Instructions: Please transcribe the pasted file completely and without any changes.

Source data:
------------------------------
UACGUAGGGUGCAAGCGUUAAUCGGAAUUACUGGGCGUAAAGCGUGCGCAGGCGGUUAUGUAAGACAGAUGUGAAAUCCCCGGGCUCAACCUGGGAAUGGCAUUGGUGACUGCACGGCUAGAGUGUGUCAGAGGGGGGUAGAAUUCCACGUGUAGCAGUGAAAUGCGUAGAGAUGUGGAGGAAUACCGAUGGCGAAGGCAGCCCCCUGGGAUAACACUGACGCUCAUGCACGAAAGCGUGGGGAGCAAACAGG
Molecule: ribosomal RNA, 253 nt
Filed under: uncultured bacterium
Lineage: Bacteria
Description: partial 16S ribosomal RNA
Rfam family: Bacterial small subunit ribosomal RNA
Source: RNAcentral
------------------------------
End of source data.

UACGUAGGGUGCAAGCGUUAAUCGGAAUUACUGGGCGUAAAGCGUGCGCAGGCGGUUAUGUAAGACAGAUGUGAAAUCCCCGGGCUCAACCUGGGAAUGGCAUUGGUGACUGCACGGCUAGAGUGUGUCAGAGGGGGGUAGAAUUCCACGUGUAGCAGUGAAAUGCGUAGAGAUGUGGAGGAAUACCGAUGGCGAAGGCAGCCCCCUGGGAUAACACUGACGCUCAUGCACGAAAGCGUGGGGAGCAAACAGG
Molecule: ribosomal RNA, 253 nt
Filed under: uncultured bacterium
Lineage: Bacteria
Description: partial 16S ribosomal RNA
Rfam family: Bacterial small subunit ribosomal RNA
Source: RNAcentral